Emily Books is a five-year-old feminist e-subscription service and publisher run by Emily Gould and Ruth Curry. This summer, the publishers are partnering with Coffee House Press to bring their first-ever imprint to life.
I reached out to Emily Books’ first authors to talk publishing, feminism, and being part of something brand new.
I called Chloe Caldwell, author of the essay collection Legs Get Led Astray and the novella WOMEN, at her mother’s house in upstate New York. We chatted about the ups and downs of writing personal essays, belonging to the Emily Books family, and how she had to live in the past to write her new collection I’ll Tell You in Person, due out from Emily Books and Coffee House this October.
This interview has been edited and condensed for clarity.
Emily Books sold a digital version of your novella WOMEN pretty early on. Is that part of why you decided to send your manuscript to them?
I’ll Tell You in Person went out for submission around April 2015. I met with all the bigger publishers in New York in 24 hours. They gave me some really amazing feedback, but nobody made an offer. They all wanted to see another draft, maybe in a year or six months. Everyone had a different vision for it, so it was a very confusing time for me. Emily came upstate to Hudson to sketch out her next novel [during the submission process], and I was in the thick of it and super stressed out. We went out to dinner, and she was like, “Can you tell your agent to put us on your submission list?” because they had just teamed with Coffee House. It was perfect timing. I had worked with these indie presses before, and I just thought this book was kind of perfect for them. Plus that way I’d be able to keep it in its natural state, which is, like, not having an angle or a brand.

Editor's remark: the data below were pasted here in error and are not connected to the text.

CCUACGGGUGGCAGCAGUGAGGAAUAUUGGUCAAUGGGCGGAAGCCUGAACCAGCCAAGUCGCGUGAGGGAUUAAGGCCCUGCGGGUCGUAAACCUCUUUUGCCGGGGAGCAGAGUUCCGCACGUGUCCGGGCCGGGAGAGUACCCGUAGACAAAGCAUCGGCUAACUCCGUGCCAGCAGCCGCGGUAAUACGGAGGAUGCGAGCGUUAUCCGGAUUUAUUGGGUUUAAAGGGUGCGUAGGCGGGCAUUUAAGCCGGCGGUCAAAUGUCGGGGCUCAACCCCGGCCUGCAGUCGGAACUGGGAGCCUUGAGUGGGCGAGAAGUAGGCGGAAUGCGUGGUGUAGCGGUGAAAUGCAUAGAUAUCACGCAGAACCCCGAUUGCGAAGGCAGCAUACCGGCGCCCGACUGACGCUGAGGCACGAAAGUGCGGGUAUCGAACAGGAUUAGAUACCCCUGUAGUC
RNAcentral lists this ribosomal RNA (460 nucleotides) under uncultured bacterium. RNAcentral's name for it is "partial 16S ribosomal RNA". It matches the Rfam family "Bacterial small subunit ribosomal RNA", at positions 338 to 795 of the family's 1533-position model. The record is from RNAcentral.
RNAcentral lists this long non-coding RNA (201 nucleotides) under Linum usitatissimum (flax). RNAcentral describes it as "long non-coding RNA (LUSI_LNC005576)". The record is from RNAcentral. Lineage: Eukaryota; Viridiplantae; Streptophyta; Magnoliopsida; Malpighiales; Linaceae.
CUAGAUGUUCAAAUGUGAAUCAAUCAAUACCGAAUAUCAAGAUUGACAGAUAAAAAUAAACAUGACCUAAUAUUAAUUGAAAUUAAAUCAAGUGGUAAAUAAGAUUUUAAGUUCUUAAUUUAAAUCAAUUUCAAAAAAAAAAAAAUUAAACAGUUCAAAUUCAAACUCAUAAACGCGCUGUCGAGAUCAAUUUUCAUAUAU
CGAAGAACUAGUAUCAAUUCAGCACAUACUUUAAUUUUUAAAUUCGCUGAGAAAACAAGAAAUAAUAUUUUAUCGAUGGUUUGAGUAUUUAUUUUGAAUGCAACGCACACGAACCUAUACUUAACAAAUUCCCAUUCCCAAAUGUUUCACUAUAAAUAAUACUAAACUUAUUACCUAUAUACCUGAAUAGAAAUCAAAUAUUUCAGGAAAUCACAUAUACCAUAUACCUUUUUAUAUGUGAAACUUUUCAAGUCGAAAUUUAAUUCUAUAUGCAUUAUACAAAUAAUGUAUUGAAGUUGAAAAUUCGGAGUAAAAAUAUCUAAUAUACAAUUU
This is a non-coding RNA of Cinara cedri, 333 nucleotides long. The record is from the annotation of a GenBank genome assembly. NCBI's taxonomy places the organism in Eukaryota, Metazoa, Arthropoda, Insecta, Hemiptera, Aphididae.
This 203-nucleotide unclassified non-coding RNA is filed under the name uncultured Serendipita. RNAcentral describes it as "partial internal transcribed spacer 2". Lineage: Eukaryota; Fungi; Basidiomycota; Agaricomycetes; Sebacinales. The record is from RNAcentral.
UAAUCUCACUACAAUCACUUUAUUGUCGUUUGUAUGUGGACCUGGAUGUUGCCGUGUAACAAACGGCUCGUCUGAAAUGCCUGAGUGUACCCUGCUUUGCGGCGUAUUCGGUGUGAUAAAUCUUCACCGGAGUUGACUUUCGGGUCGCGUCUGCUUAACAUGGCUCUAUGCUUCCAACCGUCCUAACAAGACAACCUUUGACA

What were the competing visions for your book you weren’t interested in? And what did Emily and Ruth bring to the table that you liked?
Oh, one person wanted it to be a memoir. There was a lot of like, “What does this mean? Why does this matter? How can we make it more redemptive? And smarter and deeper?” Deeper is fine and whatnot, but sometimes things just are what they are. So then I got really fucked up in the head and started to go back to my essays and add a lot of that stuff. Like, “Looking back, I see why I this or that.” I thought [my book] wasn’t enough as it stood. You know how with personal essay collections lately, they have to be about something larger than you. And mine is and it isn’t. I didn’t have that angle, so I was trying to make it have that angle. Ruth and Emily basically told me to stop, that it was what it was, and it’s voice-driven, and people are going to connect to the voice—not because it has any kind of redemption.
They were amazing editors. I liked how they work together. Emily sent the large-picture stuff, a fifteen page letter that broke down every single essay. Ruth was the line edit person. It worked so well. I love that they made my writing better. There was a lot of technical stuff but there was no, “Well, why do you think you’re making those choices?” kind of talk.